Here you can specify various parameters for the administration file of the file systems (/etc/fstab). Experienced users have the possibility to modify a number of options. Refer to the respective chapter in the Administrationshandbuch before changing anything.

    • Mount Point

      This specifies the directory at which the partition should be mounted in the file system tree. Various YaST suggestions can be expanded at the respective entry field. If you accept these suggestions, the default file system structure is implemented. However, you can also specify any other names.

  3. Select Next to activate the partition.


If you partition manually, create a swap partition. The swap partition is used to free the main memory from data that is not used at the present moment. This keeps the main memory free for the most frequently-used important data.

Resizing a Windows Partition

If a hard disk containing a Windows FAT or NTFS partition was selected as installation target, YaST will offer to delete or shrink this partition. In this way, you can install SuSE Linux even if there is currently not enough space on the hard disk. This functionality is especially useful if the selected hard disk merely contains one Windows partition that covers the entire hard disk, which is often the case with preinstalled computers.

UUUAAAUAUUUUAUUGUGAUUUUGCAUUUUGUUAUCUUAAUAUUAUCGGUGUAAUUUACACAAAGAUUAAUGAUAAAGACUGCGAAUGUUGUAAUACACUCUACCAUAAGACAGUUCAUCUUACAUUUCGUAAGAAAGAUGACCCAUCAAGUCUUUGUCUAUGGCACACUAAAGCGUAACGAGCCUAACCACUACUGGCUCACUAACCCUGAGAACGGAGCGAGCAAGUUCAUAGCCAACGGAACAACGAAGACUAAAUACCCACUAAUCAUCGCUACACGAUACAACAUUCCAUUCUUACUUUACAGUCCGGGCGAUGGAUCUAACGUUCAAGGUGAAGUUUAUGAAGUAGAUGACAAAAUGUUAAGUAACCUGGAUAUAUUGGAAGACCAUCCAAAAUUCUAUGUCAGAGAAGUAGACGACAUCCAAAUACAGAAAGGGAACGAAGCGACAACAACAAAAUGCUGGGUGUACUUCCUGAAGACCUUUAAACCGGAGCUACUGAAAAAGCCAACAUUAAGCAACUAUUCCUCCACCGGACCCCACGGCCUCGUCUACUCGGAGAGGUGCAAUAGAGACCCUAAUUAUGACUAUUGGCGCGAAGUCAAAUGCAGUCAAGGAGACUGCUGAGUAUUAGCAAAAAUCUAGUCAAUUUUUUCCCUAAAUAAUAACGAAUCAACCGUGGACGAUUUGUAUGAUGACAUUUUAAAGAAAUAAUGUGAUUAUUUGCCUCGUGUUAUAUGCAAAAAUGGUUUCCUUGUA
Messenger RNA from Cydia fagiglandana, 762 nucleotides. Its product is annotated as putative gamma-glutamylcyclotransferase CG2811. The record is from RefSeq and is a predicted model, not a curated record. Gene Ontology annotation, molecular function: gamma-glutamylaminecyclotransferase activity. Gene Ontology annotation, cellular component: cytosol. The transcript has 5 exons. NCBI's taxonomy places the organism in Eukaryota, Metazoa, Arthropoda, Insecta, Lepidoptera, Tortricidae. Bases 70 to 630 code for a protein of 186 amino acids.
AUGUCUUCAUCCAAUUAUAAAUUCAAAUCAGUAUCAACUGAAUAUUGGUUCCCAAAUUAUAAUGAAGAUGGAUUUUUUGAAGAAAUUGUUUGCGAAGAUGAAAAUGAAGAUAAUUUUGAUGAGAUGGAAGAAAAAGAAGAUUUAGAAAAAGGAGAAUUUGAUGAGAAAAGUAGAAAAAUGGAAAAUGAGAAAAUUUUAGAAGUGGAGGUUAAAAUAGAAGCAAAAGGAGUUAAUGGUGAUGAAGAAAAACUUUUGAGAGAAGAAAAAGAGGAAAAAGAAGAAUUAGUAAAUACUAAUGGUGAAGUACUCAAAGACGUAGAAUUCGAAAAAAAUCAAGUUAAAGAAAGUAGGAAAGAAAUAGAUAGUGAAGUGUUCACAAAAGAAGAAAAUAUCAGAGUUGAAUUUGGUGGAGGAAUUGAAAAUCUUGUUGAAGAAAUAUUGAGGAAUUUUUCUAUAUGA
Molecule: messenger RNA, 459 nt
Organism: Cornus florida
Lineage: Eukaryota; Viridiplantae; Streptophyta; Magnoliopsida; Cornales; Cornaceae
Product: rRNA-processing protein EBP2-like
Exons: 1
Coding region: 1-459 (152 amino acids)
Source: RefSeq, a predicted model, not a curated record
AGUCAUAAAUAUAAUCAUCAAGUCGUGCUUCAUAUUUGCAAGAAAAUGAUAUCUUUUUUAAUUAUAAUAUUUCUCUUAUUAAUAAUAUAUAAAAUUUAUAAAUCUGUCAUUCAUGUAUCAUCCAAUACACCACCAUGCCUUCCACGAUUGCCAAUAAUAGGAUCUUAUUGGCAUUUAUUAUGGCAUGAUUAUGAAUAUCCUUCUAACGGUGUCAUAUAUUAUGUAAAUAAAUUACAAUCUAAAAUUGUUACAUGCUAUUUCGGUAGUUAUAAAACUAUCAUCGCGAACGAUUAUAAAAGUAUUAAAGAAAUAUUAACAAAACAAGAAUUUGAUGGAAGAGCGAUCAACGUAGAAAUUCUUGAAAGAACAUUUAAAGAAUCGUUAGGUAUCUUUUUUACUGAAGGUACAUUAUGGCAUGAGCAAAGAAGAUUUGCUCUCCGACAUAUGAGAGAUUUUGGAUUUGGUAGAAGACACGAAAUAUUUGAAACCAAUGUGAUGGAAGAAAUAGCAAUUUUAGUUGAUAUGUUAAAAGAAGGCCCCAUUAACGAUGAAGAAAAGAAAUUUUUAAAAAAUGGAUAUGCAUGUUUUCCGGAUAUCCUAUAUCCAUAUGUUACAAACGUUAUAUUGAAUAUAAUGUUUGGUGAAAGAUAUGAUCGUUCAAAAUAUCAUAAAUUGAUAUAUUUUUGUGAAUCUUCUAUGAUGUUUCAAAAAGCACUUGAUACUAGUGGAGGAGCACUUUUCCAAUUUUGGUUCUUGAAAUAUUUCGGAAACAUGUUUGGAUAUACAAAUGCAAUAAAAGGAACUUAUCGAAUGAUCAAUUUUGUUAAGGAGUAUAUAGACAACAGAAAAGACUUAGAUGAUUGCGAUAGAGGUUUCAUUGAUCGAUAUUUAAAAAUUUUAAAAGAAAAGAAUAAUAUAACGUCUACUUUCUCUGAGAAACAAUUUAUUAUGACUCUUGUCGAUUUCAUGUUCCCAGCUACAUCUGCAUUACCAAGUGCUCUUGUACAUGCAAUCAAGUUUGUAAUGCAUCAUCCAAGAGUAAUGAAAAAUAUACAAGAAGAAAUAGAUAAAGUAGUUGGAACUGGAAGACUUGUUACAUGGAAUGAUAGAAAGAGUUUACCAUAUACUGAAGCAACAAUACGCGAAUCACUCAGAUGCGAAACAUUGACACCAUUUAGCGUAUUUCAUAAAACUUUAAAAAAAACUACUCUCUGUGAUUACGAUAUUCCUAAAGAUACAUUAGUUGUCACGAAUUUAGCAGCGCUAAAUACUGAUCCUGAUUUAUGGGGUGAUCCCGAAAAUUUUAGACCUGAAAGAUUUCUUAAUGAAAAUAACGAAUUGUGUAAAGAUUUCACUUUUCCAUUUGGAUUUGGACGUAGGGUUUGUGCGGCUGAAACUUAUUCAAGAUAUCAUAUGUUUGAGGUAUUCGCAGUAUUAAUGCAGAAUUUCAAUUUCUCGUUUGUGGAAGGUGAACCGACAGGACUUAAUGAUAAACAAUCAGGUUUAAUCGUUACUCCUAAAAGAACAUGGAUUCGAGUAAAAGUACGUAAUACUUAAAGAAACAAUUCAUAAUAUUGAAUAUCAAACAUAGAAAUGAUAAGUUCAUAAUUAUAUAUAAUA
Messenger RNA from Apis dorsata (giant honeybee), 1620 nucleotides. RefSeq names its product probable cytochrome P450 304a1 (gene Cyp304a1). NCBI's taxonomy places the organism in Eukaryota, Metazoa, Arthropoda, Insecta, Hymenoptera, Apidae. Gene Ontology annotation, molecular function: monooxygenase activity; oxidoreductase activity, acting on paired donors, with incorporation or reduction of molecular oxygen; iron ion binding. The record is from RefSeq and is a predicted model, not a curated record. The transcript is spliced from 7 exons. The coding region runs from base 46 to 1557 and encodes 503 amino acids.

If YaST sees that there is not enough space on the selected hard disk, but that space could be made available by deleting or shrinking a Windows partion, it will present a dialog in which you can choose one of these two options.

Figure 2.9. Possible Options for Windows Partitions

Possible Options for Windows Partitions

If you select Delete Windows completely, the Windows partition will be marked for deletion, and the freed space will be used for the installation of SuSE Linux.


If you delete Windows, all data will be lost beyond recovery as soon as the formatting starts.

To shrink the Windows partition, interrupt the installation and boot Windows in order to prepare the partition from there. Although this step is not strictly required for FAT partitions, it speeds up the resizing process and also makes it safer. These steps are vital for NTFS partitions.

FAT file system

In Windows, first run scandisk to make sure the FAT partition is free of lost file fragments and crosslinks. After that, run defrag to move files to the beginning of the partition. This will accelerate the resizing procedure in Linux.


If you have optimized virtual memory settings for Windows in such a way that a contiguous swap file is used with the same initial (minimum) and maximum size limit, consider another step. With these Windows settings, the resizing might have the effect that the swap file is split into many small parts scattered all over the FAT partition. Also, the entire swap file would need to be moved during the resizing, which makes the process rather slow. It is therefore useful to unset these Windows optimizations for the time being and reenable them after the resizing has been completed.